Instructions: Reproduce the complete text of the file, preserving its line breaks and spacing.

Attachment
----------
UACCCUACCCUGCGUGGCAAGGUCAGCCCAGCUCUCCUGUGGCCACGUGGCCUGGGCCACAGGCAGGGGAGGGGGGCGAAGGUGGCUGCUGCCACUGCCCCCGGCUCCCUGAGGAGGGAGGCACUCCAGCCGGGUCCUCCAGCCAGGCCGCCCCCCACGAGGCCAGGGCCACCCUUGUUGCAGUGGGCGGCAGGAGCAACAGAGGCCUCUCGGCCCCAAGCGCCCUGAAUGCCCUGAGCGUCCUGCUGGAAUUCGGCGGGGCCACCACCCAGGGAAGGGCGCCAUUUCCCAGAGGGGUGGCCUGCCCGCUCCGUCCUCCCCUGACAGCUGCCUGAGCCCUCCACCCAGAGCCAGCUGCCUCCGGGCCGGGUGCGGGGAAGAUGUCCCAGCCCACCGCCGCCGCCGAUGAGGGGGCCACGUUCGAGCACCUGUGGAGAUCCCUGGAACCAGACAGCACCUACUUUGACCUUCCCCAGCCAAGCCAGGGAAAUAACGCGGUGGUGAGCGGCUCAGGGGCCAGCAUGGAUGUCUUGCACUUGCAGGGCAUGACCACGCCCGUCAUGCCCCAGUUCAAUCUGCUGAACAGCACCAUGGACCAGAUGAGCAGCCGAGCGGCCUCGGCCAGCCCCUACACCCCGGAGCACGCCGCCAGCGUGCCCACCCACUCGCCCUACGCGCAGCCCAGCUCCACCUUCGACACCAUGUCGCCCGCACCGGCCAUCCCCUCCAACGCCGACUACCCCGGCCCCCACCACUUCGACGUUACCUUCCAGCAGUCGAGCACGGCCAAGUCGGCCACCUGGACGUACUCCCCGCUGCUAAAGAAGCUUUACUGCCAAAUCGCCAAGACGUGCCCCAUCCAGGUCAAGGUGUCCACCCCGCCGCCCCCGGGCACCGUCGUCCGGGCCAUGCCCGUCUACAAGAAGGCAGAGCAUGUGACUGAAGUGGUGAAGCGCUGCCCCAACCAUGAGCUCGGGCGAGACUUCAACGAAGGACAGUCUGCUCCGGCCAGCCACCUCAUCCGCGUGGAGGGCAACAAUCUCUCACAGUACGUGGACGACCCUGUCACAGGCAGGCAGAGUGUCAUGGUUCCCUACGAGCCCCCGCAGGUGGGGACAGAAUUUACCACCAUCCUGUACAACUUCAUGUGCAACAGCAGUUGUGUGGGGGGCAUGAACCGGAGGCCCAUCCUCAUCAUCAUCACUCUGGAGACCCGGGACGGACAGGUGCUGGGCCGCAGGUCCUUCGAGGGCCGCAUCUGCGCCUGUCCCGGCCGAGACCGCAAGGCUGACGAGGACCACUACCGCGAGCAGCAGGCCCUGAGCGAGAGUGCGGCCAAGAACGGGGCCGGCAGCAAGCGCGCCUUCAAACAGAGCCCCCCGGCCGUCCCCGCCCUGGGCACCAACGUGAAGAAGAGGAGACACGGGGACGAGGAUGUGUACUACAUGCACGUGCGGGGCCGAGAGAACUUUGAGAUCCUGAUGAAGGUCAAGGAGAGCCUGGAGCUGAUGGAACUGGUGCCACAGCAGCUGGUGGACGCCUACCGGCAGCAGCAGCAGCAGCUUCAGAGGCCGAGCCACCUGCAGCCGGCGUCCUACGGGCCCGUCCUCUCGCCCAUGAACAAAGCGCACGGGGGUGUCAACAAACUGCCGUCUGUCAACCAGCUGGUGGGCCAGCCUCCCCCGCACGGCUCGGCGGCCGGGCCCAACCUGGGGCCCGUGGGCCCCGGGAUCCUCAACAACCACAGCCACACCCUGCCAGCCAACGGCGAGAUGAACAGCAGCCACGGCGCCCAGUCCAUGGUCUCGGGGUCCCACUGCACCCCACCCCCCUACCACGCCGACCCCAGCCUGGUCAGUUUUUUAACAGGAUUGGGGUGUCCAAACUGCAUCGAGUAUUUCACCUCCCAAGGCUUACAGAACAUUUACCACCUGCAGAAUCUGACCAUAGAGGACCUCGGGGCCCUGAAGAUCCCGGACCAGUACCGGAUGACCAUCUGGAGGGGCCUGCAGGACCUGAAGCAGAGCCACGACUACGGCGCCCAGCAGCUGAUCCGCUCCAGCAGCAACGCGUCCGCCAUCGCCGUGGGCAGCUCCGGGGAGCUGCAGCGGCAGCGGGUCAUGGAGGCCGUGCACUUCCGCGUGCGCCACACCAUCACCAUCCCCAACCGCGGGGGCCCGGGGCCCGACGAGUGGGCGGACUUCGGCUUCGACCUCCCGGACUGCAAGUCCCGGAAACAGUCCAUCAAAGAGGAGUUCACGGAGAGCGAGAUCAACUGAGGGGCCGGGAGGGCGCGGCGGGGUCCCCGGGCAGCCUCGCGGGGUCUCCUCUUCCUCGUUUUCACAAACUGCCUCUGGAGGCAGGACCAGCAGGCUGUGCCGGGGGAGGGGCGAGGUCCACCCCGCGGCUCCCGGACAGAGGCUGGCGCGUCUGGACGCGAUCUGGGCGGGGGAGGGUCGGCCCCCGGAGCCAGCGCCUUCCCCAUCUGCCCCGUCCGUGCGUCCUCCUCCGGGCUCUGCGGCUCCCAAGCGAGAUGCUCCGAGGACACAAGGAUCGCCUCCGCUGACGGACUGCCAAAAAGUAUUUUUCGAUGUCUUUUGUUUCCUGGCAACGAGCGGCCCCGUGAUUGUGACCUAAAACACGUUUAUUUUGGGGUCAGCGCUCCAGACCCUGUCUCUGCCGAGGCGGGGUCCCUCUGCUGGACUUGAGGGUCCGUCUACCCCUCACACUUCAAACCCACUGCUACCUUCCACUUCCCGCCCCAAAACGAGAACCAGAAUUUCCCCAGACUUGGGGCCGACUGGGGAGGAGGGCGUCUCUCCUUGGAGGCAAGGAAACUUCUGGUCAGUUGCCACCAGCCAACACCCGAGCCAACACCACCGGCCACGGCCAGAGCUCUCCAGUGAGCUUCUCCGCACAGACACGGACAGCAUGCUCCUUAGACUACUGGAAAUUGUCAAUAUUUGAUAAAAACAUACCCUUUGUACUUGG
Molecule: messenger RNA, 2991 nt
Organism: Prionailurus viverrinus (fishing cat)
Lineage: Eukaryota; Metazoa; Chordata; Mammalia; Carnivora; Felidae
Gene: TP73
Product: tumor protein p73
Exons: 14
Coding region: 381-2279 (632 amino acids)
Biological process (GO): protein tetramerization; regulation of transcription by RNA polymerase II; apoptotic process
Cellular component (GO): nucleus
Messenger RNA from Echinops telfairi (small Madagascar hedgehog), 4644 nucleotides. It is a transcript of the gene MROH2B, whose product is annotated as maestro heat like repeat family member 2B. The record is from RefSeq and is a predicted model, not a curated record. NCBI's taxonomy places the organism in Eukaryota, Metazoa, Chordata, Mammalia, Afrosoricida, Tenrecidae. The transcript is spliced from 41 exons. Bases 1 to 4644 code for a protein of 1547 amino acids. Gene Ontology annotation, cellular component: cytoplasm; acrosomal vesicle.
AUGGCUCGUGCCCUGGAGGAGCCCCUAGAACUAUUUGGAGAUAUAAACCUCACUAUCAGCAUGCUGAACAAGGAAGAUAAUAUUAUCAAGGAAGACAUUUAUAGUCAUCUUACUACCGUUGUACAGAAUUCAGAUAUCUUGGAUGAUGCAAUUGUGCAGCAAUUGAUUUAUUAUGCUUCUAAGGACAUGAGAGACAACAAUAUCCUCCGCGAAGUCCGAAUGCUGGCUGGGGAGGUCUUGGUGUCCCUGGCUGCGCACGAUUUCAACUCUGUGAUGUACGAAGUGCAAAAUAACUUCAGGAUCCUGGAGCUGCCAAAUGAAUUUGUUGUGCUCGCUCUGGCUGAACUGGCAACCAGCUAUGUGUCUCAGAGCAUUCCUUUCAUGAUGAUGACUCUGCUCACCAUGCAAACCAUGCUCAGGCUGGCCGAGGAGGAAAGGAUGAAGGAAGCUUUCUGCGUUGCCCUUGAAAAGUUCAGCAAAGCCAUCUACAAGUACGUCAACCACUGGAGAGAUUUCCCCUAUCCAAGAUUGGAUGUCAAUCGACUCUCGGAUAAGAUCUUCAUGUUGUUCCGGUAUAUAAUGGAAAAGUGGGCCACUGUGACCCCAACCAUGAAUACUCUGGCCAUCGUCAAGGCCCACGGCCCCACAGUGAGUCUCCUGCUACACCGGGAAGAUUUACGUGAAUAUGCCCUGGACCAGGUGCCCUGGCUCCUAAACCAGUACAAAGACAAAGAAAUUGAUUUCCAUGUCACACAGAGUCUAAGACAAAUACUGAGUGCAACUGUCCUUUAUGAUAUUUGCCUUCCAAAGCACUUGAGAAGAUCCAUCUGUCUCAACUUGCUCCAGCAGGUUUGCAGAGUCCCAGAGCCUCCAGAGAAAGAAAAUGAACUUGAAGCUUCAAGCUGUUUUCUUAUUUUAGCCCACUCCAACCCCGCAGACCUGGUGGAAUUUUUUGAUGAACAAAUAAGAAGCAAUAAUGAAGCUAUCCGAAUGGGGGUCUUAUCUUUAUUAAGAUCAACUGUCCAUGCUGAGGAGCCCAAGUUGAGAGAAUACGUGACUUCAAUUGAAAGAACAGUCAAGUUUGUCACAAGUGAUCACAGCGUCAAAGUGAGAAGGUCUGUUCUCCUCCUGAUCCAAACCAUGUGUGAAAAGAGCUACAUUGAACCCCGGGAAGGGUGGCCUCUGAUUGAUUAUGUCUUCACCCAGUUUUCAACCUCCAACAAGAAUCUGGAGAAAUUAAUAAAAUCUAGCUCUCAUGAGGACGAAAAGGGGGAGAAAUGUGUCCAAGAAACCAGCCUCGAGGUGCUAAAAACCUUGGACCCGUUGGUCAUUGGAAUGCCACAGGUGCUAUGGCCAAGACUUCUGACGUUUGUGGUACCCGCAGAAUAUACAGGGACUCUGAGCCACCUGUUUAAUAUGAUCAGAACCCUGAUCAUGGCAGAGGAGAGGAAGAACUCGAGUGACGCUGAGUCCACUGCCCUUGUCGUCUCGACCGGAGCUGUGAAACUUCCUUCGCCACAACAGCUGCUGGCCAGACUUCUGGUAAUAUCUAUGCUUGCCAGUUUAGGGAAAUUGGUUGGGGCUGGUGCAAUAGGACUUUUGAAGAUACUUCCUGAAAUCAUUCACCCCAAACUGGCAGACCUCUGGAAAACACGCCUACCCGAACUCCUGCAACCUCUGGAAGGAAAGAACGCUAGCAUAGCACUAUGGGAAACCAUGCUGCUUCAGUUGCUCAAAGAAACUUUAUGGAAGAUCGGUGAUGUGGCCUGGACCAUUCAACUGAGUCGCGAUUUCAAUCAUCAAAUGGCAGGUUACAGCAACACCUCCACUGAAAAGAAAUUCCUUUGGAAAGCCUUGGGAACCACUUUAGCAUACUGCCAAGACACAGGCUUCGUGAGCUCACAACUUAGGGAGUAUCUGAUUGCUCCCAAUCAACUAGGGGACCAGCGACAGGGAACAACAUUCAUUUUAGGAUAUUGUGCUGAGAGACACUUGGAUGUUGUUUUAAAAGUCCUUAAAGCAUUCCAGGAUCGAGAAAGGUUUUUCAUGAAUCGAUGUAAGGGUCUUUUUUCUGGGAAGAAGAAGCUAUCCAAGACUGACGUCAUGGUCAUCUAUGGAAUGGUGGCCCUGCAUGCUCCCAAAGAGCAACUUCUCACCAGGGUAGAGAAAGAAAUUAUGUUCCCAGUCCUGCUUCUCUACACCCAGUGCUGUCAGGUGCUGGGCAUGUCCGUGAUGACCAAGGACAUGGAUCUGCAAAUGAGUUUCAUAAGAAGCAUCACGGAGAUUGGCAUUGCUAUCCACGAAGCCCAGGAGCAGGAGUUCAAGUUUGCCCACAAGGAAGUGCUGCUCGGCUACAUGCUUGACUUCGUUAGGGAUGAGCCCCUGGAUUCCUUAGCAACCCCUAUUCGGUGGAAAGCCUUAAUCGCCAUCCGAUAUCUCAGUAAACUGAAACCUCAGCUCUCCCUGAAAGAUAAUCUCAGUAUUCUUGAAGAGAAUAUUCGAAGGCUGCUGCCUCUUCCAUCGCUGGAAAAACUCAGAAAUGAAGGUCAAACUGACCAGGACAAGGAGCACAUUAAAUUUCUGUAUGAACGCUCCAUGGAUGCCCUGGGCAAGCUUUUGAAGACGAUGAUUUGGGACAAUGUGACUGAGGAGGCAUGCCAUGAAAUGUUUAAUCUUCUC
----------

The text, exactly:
UACCCUACCCUGCGUGGCAAGGUCAGCCCAGCUCUCCUGUGGCCACGUGGCCUGGGCCACAGGCAGGGGAGGGGGGCGAAGGUGGCUGCUGCCACUGCCCCCGGCUCCCUGAGGAGGGAGGCACUCCAGCCGGGUCCUCCAGCCAGGCCGCCCCCCACGAGGCCAGGGCCACCCUUGUUGCAGUGGGCGGCAGGAGCAACAGAGGCCUCUCGGCCCCAAGCGCCCUGAAUGCCCUGAGCGUCCUGCUGGAAUUCGGCGGGGCCACCACCCAGGGAAGGGCGCCAUUUCCCAGAGGGGUGGCCUGCCCGCUCCGUCCUCCCCUGACAGCUGCCUGAGCCCUCCACCCAGAGCCAGCUGCCUCCGGGCCGGGUGCGGGGAAGAUGUCCCAGCCCACCGCCGCCGCCGAUGAGGGGGCCACGUUCGAGCACCUGUGGAGAUCCCUGGAACCAGACAGCACCUACUUUGACCUUCCCCAGCCAAGCCAGGGAAAUAACGCGGUGGUGAGCGGCUCAGGGGCCAGCAUGGAUGUCUUGCACUUGCAGGGCAUGACCACGCCCGUCAUGCCCCAGUUCAAUCUGCUGAACAGCACCAUGGACCAGAUGAGCAGCCGAGCGGCCUCGGCCAGCCCCUACACCCCGGAGCACGCCGCCAGCGUGCCCACCCACUCGCCCUACGCGCAGCCCAGCUCCACCUUCGACACCAUGUCGCCCGCACCGGCCAUCCCCUCCAACGCCGACUACCCCGGCCCCCACCACUUCGACGUUACCUUCCAGCAGUCGAGCACGGCCAAGUCGGCCACCUGGACGUACUCCCCGCUGCUAAAGAAGCUUUACUGCCAAAUCGCCAAGACGUGCCCCAUCCAGGUCAAGGUGUCCACCCCGCCGCCCCCGGGCACCGUCGUCCGGGCCAUGCCCGUCUACAAGAAGGCAGAGCAUGUGACUGAAGUGGUGAAGCGCUGCCCCAACCAUGAGCUCGGGCGAGACUUCAACGAAGGACAGUCUGCUCCGGCCAGCCACCUCAUCCGCGUGGAGGGCAACAAUCUCUCACAGUACGUGGACGACCCUGUCACAGGCAGGCAGAGUGUCAUGGUUCCCUACGAGCCCCCGCAGGUGGGGACAGAAUUUACCACCAUCCUGUACAACUUCAUGUGCAACAGCAGUUGUGUGGGGGGCAUGAACCGGAGGCCCAUCCUCAUCAUCAUCACUCUGGAGACCCGGGACGGACAGGUGCUGGGCCGCAGGUCCUUCGAGGGCCGCAUCUGCGCCUGUCCCGGCCGAGACCGCAAGGCUGACGAGGACCACUACCGCGAGCAGCAGGCCCUGAGCGAGAGUGCGGCCAAGAACGGGGCCGGCAGCAAGCGCGCCUUCAAACAGAGCCCCCCGGCCGUCCCCGCCCUGGGCACCAACGUGAAGAAGAGGAGACACGGGGACGAGGAUGUGUACUACAUGCACGUGCGGGGCCGAGAGAACUUUGAGAUCCUGAUGAAGGUCAAGGAGAGCCUGGAGCUGAUGGAACUGGUGCCACAGCAGCUGGUGGACGCCUACCGGCAGCAGCAGCAGCAGCUUCAGAGGCCGAGCCACCUGCAGCCGGCGUCCUACGGGCCCGUCCUCUCGCCCAUGAACAAAGCGCACGGGGGUGUCAACAAACUGCCGUCUGUCAACCAGCUGGUGGGCCAGCCUCCCCCGCACGGCUCGGCGGCCGGGCCCAACCUGGGGCCCGUGGGCCCCGGGAUCCUCAACAACCACAGCCACACCCUGCCAGCCAACGGCGAGAUGAACAGCAGCCACGGCGCCCAGUCCAUGGUCUCGGGGUCCCACUGCACCCCACCCCCCUACCACGCCGACCCCAGCCUGGUCAGUUUUUUAACAGGAUUGGGGUGUCCAAACUGCAUCGAGUAUUUCACCUCCCAAGGCUUACAGAACAUUUACCACCUGCAGAAUCUGACCAUAGAGGACCUCGGGGCCCUGAAGAUCCCGGACCAGUACCGGAUGACCAUCUGGAGGGGCCUGCAGGACCUGAAGCAGAGCCACGACUACGGCGCCCAGCAGCUGAUCCGCUCCAGCAGCAACGCGUCCGCCAUCGCCGUGGGCAGCUCCGGGGAGCUGCAGCGGCAGCGGGUCAUGGAGGCCGUGCACUUCCGCGUGCGCCACACCAUCACCAUCCCCAACCGCGGGGGCCCGGGGCCCGACGAGUGGGCGGACUUCGGCUUCGACCUCCCGGACUGCAAGUCCCGGAAACAGUCCAUCAAAGAGGAGUUCACGGAGAGCGAGAUCAACUGAGGGGCCGGGAGGGCGCGGCGGGGUCCCCGGGCAGCCUCGCGGGGUCUCCUCUUCCUCGUUUUCACAAACUGCCUCUGGAGGCAGGACCAGCAGGCUGUGCCGGGGGAGGGGCGAGGUCCACCCCGCGGCUCCCGGACAGAGGCUGGCGCGUCUGGACGCGAUCUGGGCGGGGGAGGGUCGGCCCCCGGAGCCAGCGCCUUCCCCAUCUGCCCCGUCCGUGCGUCCUCCUCCGGGCUCUGCGGCUCCCAAGCGAGAUGCUCCGAGGACACAAGGAUCGCCUCCGCUGACGGACUGCCAAAAAGUAUUUUUCGAUGUCUUUUGUUUCCUGGCAACGAGCGGCCCCGUGAUUGUGACCUAAAACACGUUUAUUUUGGGGUCAGCGCUCCAGACCCUGUCUCUGCCGAGGCGGGGUCCCUCUGCUGGACUUGAGGGUCCGUCUACCCCUCACACUUCAAACCCACUGCUACCUUCCACUUCCCGCCCCAAAACGAGAACCAGAAUUUCCCCAGACUUGGGGCCGACUGGGGAGGAGGGCGUCUCUCCUUGGAGGCAAGGAAACUUCUGGUCAGUUGCCACCAGCCAACACCCGAGCCAACACCACCGGCCACGGCCAGAGCUCUCCAGUGAGCUUCUCCGCACAGACACGGACAGCAUGCUCCUUAGACUACUGGAAAUUGUCAAUAUUUGAUAAAAACAUACCCUUUGUACUUGG
Molecule: messenger RNA, 2991 nt
Organism: Prionailurus viverrinus (fishing cat)
Lineage: Eukaryota; Metazoa; Chordata; Mammalia; Carnivora; Felidae
Gene: TP73
Product: tumor protein p73
Exons: 14
Coding region: 381-2279 (632 amino acids)
Biological process (GO): protein tetramerization; regulation of transcription by RNA polymerase II; apoptotic process
Cellular component (GO): nucleus
Messenger RNA from Echinops telfairi (small Madagascar hedgehog), 4644 nucleotides. It is a transcript of the gene MROH2B, whose product is annotated as maestro heat like repeat family member 2B. The record is from RefSeq and is a predicted model, not a curated record. NCBI's taxonomy places the organism in Eukaryota, Metazoa, Chordata, Mammalia, Afrosoricida, Tenrecidae. The transcript is spliced from 41 exons. Bases 1 to 4644 code for a protein of 1547 amino acids. Gene Ontology annotation, cellular component: cytoplasm; acrosomal vesicle.
AUGGCUCGUGCCCUGGAGGAGCCCCUAGAACUAUUUGGAGAUAUAAACCUCACUAUCAGCAUGCUGAACAAGGAAGAUAAUAUUAUCAAGGAAGACAUUUAUAGUCAUCUUACUACCGUUGUACAGAAUUCAGAUAUCUUGGAUGAUGCAAUUGUGCAGCAAUUGAUUUAUUAUGCUUCUAAGGACAUGAGAGACAACAAUAUCCUCCGCGAAGUCCGAAUGCUGGCUGGGGAGGUCUUGGUGUCCCUGGCUGCGCACGAUUUCAACUCUGUGAUGUACGAAGUGCAAAAUAACUUCAGGAUCCUGGAGCUGCCAAAUGAAUUUGUUGUGCUCGCUCUGGCUGAACUGGCAACCAGCUAUGUGUCUCAGAGCAUUCCUUUCAUGAUGAUGACUCUGCUCACCAUGCAAACCAUGCUCAGGCUGGCCGAGGAGGAAAGGAUGAAGGAAGCUUUCUGCGUUGCCCUUGAAAAGUUCAGCAAAGCCAUCUACAAGUACGUCAACCACUGGAGAGAUUUCCCCUAUCCAAGAUUGGAUGUCAAUCGACUCUCGGAUAAGAUCUUCAUGUUGUUCCGGUAUAUAAUGGAAAAGUGGGCCACUGUGACCCCAACCAUGAAUACUCUGGCCAUCGUCAAGGCCCACGGCCCCACAGUGAGUCUCCUGCUACACCGGGAAGAUUUACGUGAAUAUGCCCUGGACCAGGUGCCCUGGCUCCUAAACCAGUACAAAGACAAAGAAAUUGAUUUCCAUGUCACACAGAGUCUAAGACAAAUACUGAGUGCAACUGUCCUUUAUGAUAUUUGCCUUCCAAAGCACUUGAGAAGAUCCAUCUGUCUCAACUUGCUCCAGCAGGUUUGCAGAGUCCCAGAGCCUCCAGAGAAAGAAAAUGAACUUGAAGCUUCAAGCUGUUUUCUUAUUUUAGCCCACUCCAACCCCGCAGACCUGGUGGAAUUUUUUGAUGAACAAAUAAGAAGCAAUAAUGAAGCUAUCCGAAUGGGGGUCUUAUCUUUAUUAAGAUCAACUGUCCAUGCUGAGGAGCCCAAGUUGAGAGAAUACGUGACUUCAAUUGAAAGAACAGUCAAGUUUGUCACAAGUGAUCACAGCGUCAAAGUGAGAAGGUCUGUUCUCCUCCUGAUCCAAACCAUGUGUGAAAAGAGCUACAUUGAACCCCGGGAAGGGUGGCCUCUGAUUGAUUAUGUCUUCACCCAGUUUUCAACCUCCAACAAGAAUCUGGAGAAAUUAAUAAAAUCUAGCUCUCAUGAGGACGAAAAGGGGGAGAAAUGUGUCCAAGAAACCAGCCUCGAGGUGCUAAAAACCUUGGACCCGUUGGUCAUUGGAAUGCCACAGGUGCUAUGGCCAAGACUUCUGACGUUUGUGGUACCCGCAGAAUAUACAGGGACUCUGAGCCACCUGUUUAAUAUGAUCAGAACCCUGAUCAUGGCAGAGGAGAGGAAGAACUCGAGUGACGCUGAGUCCACUGCCCUUGUCGUCUCGACCGGAGCUGUGAAACUUCCUUCGCCACAACAGCUGCUGGCCAGACUUCUGGUAAUAUCUAUGCUUGCCAGUUUAGGGAAAUUGGUUGGGGCUGGUGCAAUAGGACUUUUGAAGAUACUUCCUGAAAUCAUUCACCCCAAACUGGCAGACCUCUGGAAAACACGCCUACCCGAACUCCUGCAACCUCUGGAAGGAAAGAACGCUAGCAUAGCACUAUGGGAAACCAUGCUGCUUCAGUUGCUCAAAGAAACUUUAUGGAAGAUCGGUGAUGUGGCCUGGACCAUUCAACUGAGUCGCGAUUUCAAUCAUCAAAUGGCAGGUUACAGCAACACCUCCACUGAAAAGAAAUUCCUUUGGAAAGCCUUGGGAACCACUUUAGCAUACUGCCAAGACACAGGCUUCGUGAGCUCACAACUUAGGGAGUAUCUGAUUGCUCCCAAUCAACUAGGGGACCAGCGACAGGGAACAACAUUCAUUUUAGGAUAUUGUGCUGAGAGACACUUGGAUGUUGUUUUAAAAGUCCUUAAAGCAUUCCAGGAUCGAGAAAGGUUUUUCAUGAAUCGAUGUAAGGGUCUUUUUUCUGGGAAGAAGAAGCUAUCCAAGACUGACGUCAUGGUCAUCUAUGGAAUGGUGGCCCUGCAUGCUCCCAAAGAGCAACUUCUCACCAGGGUAGAGAAAGAAAUUAUGUUCCCAGUCCUGCUUCUCUACACCCAGUGCUGUCAGGUGCUGGGCAUGUCCGUGAUGACCAAGGACAUGGAUCUGCAAAUGAGUUUCAUAAGAAGCAUCACGGAGAUUGGCAUUGCUAUCCACGAAGCCCAGGAGCAGGAGUUCAAGUUUGCCCACAAGGAAGUGCUGCUCGGCUACAUGCUUGACUUCGUUAGGGAUGAGCCCCUGGAUUCCUUAGCAACCCCUAUUCGGUGGAAAGCCUUAAUCGCCAUCCGAUAUCUCAGUAAACUGAAACCUCAGCUCUCCCUGAAAGAUAAUCUCAGUAUUCUUGAAGAGAAUAUUCGAAGGCUGCUGCCUCUUCCAUCGCUGGAAAAACUCAGAAAUGAAGGUCAAACUGACCAGGACAAGGAGCACAUUAAAUUUCUGUAUGAACGCUCCAUGGAUGCCCUGGGCAAGCUUUUGAAGACGAUGAUUUGGGACAAUGUGACUGAGGAGGCAUGCCAUGAAAUGUUUAAUCUUCUC